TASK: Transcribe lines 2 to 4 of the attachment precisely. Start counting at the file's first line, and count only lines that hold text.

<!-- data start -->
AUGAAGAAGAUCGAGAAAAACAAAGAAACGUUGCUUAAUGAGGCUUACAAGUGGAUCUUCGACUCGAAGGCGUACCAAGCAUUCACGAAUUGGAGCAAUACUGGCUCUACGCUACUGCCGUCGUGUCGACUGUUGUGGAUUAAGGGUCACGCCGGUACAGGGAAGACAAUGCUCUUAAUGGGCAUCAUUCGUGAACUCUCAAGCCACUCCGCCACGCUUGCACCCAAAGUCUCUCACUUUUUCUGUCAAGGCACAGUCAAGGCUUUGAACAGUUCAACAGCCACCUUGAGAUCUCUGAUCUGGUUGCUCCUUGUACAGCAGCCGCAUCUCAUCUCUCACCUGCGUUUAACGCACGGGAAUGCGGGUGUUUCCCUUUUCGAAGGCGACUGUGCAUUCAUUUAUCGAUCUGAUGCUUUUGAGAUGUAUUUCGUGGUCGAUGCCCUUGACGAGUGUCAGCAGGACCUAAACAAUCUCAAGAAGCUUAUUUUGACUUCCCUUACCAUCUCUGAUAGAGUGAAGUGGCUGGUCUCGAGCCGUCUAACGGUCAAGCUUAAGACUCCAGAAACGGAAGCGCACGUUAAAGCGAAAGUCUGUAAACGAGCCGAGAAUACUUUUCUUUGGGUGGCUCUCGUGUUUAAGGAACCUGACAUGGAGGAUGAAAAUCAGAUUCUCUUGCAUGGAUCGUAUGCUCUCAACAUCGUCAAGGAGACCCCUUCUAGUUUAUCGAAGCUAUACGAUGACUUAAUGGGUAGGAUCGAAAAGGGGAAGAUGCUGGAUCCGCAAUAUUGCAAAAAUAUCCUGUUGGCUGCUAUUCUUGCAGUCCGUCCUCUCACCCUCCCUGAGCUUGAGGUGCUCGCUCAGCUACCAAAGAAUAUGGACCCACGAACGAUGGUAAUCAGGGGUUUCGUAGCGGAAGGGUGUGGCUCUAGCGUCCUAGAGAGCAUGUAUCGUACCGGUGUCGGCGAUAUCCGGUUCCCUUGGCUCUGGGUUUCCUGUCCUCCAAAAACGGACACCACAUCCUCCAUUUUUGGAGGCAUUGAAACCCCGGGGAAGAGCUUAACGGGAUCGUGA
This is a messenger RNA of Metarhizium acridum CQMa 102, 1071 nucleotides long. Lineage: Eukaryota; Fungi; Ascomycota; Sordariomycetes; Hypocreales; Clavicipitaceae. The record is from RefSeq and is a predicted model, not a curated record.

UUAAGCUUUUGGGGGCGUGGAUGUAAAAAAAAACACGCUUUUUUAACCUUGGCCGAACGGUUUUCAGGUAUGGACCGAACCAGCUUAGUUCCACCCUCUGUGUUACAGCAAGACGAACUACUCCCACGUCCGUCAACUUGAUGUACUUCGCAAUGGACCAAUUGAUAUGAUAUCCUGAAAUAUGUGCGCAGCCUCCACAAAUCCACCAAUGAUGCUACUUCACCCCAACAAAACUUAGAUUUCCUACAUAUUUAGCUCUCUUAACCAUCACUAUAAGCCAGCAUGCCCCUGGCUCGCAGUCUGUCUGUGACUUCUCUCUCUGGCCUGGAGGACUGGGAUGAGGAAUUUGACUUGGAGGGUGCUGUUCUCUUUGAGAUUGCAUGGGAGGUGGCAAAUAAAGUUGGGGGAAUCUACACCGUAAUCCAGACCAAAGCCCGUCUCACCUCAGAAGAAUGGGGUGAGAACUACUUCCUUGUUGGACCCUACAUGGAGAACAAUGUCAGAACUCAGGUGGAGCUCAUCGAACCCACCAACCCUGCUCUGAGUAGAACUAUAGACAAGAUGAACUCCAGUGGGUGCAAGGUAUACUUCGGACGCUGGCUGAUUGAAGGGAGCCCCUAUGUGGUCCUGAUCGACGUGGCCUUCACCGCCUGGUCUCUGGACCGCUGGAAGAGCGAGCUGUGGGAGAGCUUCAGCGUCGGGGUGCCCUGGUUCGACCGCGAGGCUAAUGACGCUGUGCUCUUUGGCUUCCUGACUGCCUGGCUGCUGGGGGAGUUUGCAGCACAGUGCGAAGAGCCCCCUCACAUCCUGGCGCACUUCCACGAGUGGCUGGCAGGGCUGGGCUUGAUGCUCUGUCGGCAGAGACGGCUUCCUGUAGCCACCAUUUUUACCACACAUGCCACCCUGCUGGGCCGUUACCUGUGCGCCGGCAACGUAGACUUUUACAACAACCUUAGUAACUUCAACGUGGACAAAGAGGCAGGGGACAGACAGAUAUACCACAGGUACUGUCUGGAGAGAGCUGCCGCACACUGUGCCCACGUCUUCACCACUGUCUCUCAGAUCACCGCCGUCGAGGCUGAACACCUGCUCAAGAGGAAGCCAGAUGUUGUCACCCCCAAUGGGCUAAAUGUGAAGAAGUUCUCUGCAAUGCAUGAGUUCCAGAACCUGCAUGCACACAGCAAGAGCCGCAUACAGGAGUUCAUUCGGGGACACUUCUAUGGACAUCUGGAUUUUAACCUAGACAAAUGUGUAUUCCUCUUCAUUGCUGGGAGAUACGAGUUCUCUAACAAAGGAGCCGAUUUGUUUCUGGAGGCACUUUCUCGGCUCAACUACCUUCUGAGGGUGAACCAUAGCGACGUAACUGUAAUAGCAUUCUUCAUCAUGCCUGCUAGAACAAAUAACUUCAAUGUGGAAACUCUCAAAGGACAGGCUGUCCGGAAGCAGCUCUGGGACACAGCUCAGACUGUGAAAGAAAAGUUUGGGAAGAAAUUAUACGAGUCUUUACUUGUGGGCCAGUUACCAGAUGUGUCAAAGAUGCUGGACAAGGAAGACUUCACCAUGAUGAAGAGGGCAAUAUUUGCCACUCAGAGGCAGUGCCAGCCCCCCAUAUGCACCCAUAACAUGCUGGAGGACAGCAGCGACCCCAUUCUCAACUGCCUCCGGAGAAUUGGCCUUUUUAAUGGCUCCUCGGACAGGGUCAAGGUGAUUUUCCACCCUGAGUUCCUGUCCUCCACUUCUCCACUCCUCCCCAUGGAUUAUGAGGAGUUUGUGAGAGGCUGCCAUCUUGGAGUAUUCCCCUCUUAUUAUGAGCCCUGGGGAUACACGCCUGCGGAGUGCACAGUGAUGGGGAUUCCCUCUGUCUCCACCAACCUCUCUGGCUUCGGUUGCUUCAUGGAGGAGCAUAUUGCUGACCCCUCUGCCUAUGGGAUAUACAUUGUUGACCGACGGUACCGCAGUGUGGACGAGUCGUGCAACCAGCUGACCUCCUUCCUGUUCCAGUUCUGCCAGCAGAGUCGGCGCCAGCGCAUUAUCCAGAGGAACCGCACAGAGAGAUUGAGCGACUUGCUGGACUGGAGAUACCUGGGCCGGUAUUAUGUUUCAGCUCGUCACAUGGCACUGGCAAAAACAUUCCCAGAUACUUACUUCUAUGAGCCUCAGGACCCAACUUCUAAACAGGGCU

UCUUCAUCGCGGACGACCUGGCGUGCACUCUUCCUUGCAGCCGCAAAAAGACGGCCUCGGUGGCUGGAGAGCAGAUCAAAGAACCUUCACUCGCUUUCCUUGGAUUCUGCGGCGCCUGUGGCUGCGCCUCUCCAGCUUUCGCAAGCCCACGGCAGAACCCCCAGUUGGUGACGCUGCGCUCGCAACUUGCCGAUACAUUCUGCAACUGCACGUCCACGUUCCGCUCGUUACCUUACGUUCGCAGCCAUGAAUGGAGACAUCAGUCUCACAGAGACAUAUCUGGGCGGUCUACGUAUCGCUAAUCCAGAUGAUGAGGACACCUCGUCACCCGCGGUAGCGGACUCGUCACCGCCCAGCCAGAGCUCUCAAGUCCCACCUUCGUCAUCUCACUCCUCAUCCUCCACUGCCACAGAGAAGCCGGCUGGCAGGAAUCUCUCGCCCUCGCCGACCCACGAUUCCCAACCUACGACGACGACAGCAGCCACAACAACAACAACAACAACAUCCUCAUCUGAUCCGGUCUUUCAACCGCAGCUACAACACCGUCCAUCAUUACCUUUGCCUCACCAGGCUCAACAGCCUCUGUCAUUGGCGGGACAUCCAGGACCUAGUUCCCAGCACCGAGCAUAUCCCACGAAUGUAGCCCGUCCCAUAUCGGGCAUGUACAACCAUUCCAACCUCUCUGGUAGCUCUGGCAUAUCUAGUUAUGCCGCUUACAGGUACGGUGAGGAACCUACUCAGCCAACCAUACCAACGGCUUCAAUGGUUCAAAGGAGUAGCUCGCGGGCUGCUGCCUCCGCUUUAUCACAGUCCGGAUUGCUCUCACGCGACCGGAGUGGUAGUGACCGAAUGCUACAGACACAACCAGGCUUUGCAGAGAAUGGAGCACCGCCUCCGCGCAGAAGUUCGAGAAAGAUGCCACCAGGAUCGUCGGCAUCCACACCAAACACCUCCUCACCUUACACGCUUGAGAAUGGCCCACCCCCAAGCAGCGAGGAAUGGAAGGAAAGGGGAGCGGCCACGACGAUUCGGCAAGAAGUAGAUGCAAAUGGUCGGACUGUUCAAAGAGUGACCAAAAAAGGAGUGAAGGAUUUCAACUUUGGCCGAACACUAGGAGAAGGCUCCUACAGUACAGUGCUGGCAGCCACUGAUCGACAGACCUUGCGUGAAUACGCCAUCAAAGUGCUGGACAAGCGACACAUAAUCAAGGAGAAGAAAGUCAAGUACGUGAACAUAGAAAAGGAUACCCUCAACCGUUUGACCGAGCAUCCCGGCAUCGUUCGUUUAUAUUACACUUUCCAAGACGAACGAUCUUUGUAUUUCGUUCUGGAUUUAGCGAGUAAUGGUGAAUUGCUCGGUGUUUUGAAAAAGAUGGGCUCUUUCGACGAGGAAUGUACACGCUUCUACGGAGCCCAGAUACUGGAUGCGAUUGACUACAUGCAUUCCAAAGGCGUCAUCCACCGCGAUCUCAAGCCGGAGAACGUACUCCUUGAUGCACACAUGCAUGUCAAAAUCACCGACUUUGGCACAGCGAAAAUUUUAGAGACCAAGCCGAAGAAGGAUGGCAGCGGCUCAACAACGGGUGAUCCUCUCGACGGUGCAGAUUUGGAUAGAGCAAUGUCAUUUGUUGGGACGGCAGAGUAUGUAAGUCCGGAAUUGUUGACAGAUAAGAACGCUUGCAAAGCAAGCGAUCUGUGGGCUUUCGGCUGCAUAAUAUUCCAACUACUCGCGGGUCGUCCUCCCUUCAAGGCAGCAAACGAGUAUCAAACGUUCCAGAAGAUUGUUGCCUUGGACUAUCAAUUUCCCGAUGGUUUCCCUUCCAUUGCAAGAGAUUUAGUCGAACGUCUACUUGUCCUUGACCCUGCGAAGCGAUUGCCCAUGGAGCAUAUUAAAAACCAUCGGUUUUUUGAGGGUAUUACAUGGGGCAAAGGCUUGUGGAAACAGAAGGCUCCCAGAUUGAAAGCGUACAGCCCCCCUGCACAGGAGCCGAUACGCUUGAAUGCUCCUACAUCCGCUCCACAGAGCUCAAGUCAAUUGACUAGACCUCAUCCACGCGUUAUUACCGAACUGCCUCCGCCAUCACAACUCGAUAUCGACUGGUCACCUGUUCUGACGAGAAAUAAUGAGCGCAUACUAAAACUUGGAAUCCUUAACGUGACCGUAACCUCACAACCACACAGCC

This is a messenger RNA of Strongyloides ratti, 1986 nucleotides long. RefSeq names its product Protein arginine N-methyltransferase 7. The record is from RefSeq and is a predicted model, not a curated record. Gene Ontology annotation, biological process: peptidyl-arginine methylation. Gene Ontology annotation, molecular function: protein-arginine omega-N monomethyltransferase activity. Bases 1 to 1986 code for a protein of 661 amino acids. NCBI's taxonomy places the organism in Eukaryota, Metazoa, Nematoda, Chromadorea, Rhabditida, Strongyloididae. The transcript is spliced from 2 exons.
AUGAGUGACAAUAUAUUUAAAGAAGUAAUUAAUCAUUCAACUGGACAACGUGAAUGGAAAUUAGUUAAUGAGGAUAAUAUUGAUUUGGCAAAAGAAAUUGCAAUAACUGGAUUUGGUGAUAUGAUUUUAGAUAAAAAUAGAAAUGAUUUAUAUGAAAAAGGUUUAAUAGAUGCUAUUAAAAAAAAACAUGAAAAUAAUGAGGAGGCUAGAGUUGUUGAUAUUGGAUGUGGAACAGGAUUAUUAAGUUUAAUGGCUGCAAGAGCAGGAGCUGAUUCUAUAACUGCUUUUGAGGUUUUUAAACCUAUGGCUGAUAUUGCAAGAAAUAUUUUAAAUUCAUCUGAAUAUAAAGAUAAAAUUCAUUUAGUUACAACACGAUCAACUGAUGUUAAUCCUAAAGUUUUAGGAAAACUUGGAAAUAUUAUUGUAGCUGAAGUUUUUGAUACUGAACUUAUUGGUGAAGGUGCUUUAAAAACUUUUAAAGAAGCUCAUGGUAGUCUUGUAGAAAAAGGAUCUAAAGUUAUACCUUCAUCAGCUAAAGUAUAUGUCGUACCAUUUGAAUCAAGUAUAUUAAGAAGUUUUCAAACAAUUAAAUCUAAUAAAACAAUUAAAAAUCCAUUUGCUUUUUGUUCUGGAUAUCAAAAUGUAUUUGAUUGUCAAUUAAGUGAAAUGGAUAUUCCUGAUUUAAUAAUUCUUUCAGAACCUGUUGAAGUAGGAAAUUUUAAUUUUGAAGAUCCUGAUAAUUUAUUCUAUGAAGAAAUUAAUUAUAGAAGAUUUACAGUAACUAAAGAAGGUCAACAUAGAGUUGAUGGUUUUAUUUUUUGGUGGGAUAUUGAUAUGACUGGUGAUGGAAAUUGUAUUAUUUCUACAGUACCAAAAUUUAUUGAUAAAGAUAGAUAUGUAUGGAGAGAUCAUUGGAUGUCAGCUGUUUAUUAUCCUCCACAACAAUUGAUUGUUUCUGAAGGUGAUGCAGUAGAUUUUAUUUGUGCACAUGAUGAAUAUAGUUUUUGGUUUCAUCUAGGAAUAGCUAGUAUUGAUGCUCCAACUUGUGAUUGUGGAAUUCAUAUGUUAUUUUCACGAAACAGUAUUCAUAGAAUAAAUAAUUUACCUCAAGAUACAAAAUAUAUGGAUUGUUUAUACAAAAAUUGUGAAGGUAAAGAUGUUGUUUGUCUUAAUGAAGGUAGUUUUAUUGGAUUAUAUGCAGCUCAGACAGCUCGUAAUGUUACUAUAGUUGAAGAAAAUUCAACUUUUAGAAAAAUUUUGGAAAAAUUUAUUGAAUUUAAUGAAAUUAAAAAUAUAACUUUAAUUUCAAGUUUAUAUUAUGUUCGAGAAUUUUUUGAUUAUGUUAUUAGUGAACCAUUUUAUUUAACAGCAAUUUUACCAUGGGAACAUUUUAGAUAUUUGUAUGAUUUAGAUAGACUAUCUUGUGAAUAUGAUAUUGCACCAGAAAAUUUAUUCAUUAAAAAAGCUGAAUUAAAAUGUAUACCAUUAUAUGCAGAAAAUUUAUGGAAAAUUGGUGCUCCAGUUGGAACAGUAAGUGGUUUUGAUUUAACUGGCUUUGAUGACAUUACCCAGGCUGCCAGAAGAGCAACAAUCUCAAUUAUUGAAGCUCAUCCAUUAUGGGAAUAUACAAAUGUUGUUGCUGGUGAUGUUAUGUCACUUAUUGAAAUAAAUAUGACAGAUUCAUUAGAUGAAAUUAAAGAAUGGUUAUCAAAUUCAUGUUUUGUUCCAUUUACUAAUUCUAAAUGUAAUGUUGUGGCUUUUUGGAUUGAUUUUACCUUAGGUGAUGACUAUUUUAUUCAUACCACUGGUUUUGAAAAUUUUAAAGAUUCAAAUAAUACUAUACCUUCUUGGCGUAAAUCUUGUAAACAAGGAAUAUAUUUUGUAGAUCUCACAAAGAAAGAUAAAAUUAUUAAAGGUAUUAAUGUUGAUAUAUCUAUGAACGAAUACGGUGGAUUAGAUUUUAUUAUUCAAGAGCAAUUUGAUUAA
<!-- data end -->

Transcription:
This is a messenger RNA of Metarhizium acridum CQMa 102, 1071 nucleotides long. Lineage: Eukaryota; Fungi; Ascomycota; Sordariomycetes; Hypocreales; Clavicipitaceae. The record is from RefSeq and is a predicted model, not a curated record.

UUAAGCUUUUGGGGGCGUGGAUGUAAAAAAAAACACGCUUUUUUAACCUUGGCCGAACGGUUUUCAGGUAUGGACCGAACCAGCUUAGUUCCACCCUCUGUGUUACAGCAAGACGAACUACUCCCACGUCCGUCAACUUGAUGUACUUCGCAAUGGACCAAUUGAUAUGAUAUCCUGAAAUAUGUGCGCAGCCUCCACAAAUCCACCAAUGAUGCUACUUCACCCCAACAAAACUUAGAUUUCCUACAUAUUUAGCUCUCUUAACCAUCACUAUAAGCCAGCAUGCCCCUGGCUCGCAGUCUGUCUGUGACUUCUCUCUCUGGCCUGGAGGACUGGGAUGAGGAAUUUGACUUGGAGGGUGCUGUUCUCUUUGAGAUUGCAUGGGAGGUGGCAAAUAAAGUUGGGGGAAUCUACACCGUAAUCCAGACCAAAGCCCGUCUCACCUCAGAAGAAUGGGGUGAGAACUACUUCCUUGUUGGACCCUACAUGGAGAACAAUGUCAGAACUCAGGUGGAGCUCAUCGAACCCACCAACCCUGCUCUGAGUAGAACUAUAGACAAGAUGAACUCCAGUGGGUGCAAGGUAUACUUCGGACGCUGGCUGAUUGAAGGGAGCCCCUAUGUGGUCCUGAUCGACGUGGCCUUCACCGCCUGGUCUCUGGACCGCUGGAAGAGCGAGCUGUGGGAGAGCUUCAGCGUCGGGGUGCCCUGGUUCGACCGCGAGGCUAAUGACGCUGUGCUCUUUGGCUUCCUGACUGCCUGGCUGCUGGGGGAGUUUGCAGCACAGUGCGAAGAGCCCCCUCACAUCCUGGCGCACUUCCACGAGUGGCUGGCAGGGCUGGGCUUGAUGCUCUGUCGGCAGAGACGGCUUCCUGUAGCCACCAUUUUUACCACACAUGCCACCCUGCUGGGCCGUUACCUGUGCGCCGGCAACGUAGACUUUUACAACAACCUUAGUAACUUCAACGUGGACAAAGAGGCAGGGGACAGACAGAUAUACCACAGGUACUGUCUGGAGAGAGCUGCCGCACACUGUGCCCACGUCUUCACCACUGUCUCUCAGAUCACCGCCGUCGAGGCUGAACACCUGCUCAAGAGGAAGCCAGAUGUUGUCACCCCCAAUGGGCUAAAUGUGAAGAAGUUCUCUGCAAUGCAUGAGUUCCAGAACCUGCAUGCACACAGCAAGAGCCGCAUACAGGAGUUCAUUCGGGGACACUUCUAUGGACAUCUGGAUUUUAACCUAGACAAAUGUGUAUUCCUCUUCAUUGCUGGGAGAUACGAGUUCUCUAACAAAGGAGCCGAUUUGUUUCUGGAGGCACUUUCUCGGCUCAACUACCUUCUGAGGGUGAACCAUAGCGACGUAACUGUAAUAGCAUUCUUCAUCAUGCCUGCUAGAACAAAUAACUUCAAUGUGGAAACUCUCAAAGGACAGGCUGUCCGGAAGCAGCUCUGGGACACAGCUCAGACUGUGAAAGAAAAGUUUGGGAAGAAAUUAUACGAGUCUUUACUUGUGGGCCAGUUACCAGAUGUGUCAAAGAUGCUGGACAAGGAAGACUUCACCAUGAUGAAGAGGGCAAUAUUUGCCACUCAGAGGCAGUGCCAGCCCCCCAUAUGCACCCAUAACAUGCUGGAGGACAGCAGCGACCCCAUUCUCAACUGCCUCCGGAGAAUUGGCCUUUUUAAUGGCUCCUCGGACAGGGUCAAGGUGAUUUUCCACCCUGAGUUCCUGUCCUCCACUUCUCCACUCCUCCCCAUGGAUUAUGAGGAGUUUGUGAGAGGCUGCCAUCUUGGAGUAUUCCCCUCUUAUUAUGAGCCCUGGGGAUACACGCCUGCGGAGUGCACAGUGAUGGGGAUUCCCUCUGUCUCCACCAACCUCUCUGGCUUCGGUUGCUUCAUGGAGGAGCAUAUUGCUGACCCCUCUGCCUAUGGGAUAUACAUUGUUGACCGACGGUACCGCAGUGUGGACGAGUCGUGCAACCAGCUGACCUCCUUCCUGUUCCAGUUCUGCCAGCAGAGUCGGCGCCAGCGCAUUAUCCAGAGGAACCGCACAGAGAGAUUGAGCGACUUGCUGGACUGGAGAUACCUGGGCCGGUAUUAUGUUUCAGCUCGUCACAUGGCACUGGCAAAAACAUUCCCAGAUACUUACUUCUAUGAGCCUCAGGACCCAACUUCUAAACAGGGCU

UCUUCAUCGCGGACGACCUGGCGUGCACUCUUCCUUGCAGCCGCAAAAAGACGGCCUCGGUGGCUGGAGAGCAGAUCAAAGAACCUUCACUCGCUUUCCUUGGAUUCUGCGGCGCCUGUGGCUGCGCCUCUCCAGCUUUCGCAAGCCCACGGCAGAACCCCCAGUUGGUGACGCUGCGCUCGCAACUUGCCGAUACAUUCUGCAACUGCACGUCCACGUUCCGCUCGUUACCUUACGUUCGCAGCCAUGAAUGGAGACAUCAGUCUCACAGAGACAUAUCUGGGCGGUCUACGUAUCGCUAAUCCAGAUGAUGAGGACACCUCGUCACCCGCGGUAGCGGACUCGUCACCGCCCAGCCAGAGCUCUCAAGUCCCACCUUCGUCAUCUCACUCCUCAUCCUCCACUGCCACAGAGAAGCCGGCUGGCAGGAAUCUCUCGCCCUCGCCGACCCACGAUUCCCAACCUACGACGACGACAGCAGCCACAACAACAACAACAACAACAUCCUCAUCUGAUCCGGUCUUUCAACCGCAGCUACAACACCGUCCAUCAUUACCUUUGCCUCACCAGGCUCAACAGCCUCUGUCAUUGGCGGGACAUCCAGGACCUAGUUCCCAGCACCGAGCAUAUCCCACGAAUGUAGCCCGUCCCAUAUCGGGCAUGUACAACCAUUCCAACCUCUCUGGUAGCUCUGGCAUAUCUAGUUAUGCCGCUUACAGGUACGGUGAGGAACCUACUCAGCCAACCAUACCAACGGCUUCAAUGGUUCAAAGGAGUAGCUCGCGGGCUGCUGCCUCCGCUUUAUCACAGUCCGGAUUGCUCUCACGCGACCGGAGUGGUAGUGACCGAAUGCUACAGACACAACCAGGCUUUGCAGAGAAUGGAGCACCGCCUCCGCGCAGAAGUUCGAGAAAGAUGCCACCAGGAUCGUCGGCAUCCACACCAAACACCUCCUCACCUUACACGCUUGAGAAUGGCCCACCCCCAAGCAGCGAGGAAUGGAAGGAAAGGGGAGCGGCCACGACGAUUCGGCAAGAAGUAGAUGCAAAUGGUCGGACUGUUCAAAGAGUGACCAAAAAAGGAGUGAAGGAUUUCAACUUUGGCCGAACACUAGGAGAAGGCUCCUACAGUACAGUGCUGGCAGCCACUGAUCGACAGACCUUGCGUGAAUACGCCAUCAAAGUGCUGGACAAGCGACACAUAAUCAAGGAGAAGAAAGUCAAGUACGUGAACAUAGAAAAGGAUACCCUCAACCGUUUGACCGAGCAUCCCGGCAUCGUUCGUUUAUAUUACACUUUCCAAGACGAACGAUCUUUGUAUUUCGUUCUGGAUUUAGCGAGUAAUGGUGAAUUGCUCGGUGUUUUGAAAAAGAUGGGCUCUUUCGACGAGGAAUGUACACGCUUCUACGGAGCCCAGAUACUGGAUGCGAUUGACUACAUGCAUUCCAAAGGCGUCAUCCACCGCGAUCUCAAGCCGGAGAACGUACUCCUUGAUGCACACAUGCAUGUCAAAAUCACCGACUUUGGCACAGCGAAAAUUUUAGAGACCAAGCCGAAGAAGGAUGGCAGCGGCUCAACAACGGGUGAUCCUCUCGACGGUGCAGAUUUGGAUAGAGCAAUGUCAUUUGUUGGGACGGCAGAGUAUGUAAGUCCGGAAUUGUUGACAGAUAAGAACGCUUGCAAAGCAAGCGAUCUGUGGGCUUUCGGCUGCAUAAUAUUCCAACUACUCGCGGGUCGUCCUCCCUUCAAGGCAGCAAACGAGUAUCAAACGUUCCAGAAGAUUGUUGCCUUGGACUAUCAAUUUCCCGAUGGUUUCCCUUCCAUUGCAAGAGAUUUAGUCGAACGUCUACUUGUCCUUGACCCUGCGAAGCGAUUGCCCAUGGAGCAUAUUAAAAACCAUCGGUUUUUUGAGGGUAUUACAUGGGGCAAAGGCUUGUGGAAACAGAAGGCUCCCAGAUUGAAAGCGUACAGCCCCCCUGCACAGGAGCCGAUACGCUUGAAUGCUCCUACAUCCGCUCCACAGAGCUCAAGUCAAUUGACUAGACCUCAUCCACGCGUUAUUACCGAACUGCCUCCGCCAUCACAACUCGAUAUCGACUGGUCACCUGUUCUGACGAGAAAUAAUGAGCGCAUACUAAAACUUGGAAUCCUUAACGUGACCGUAACCUCACAACCACACAGCC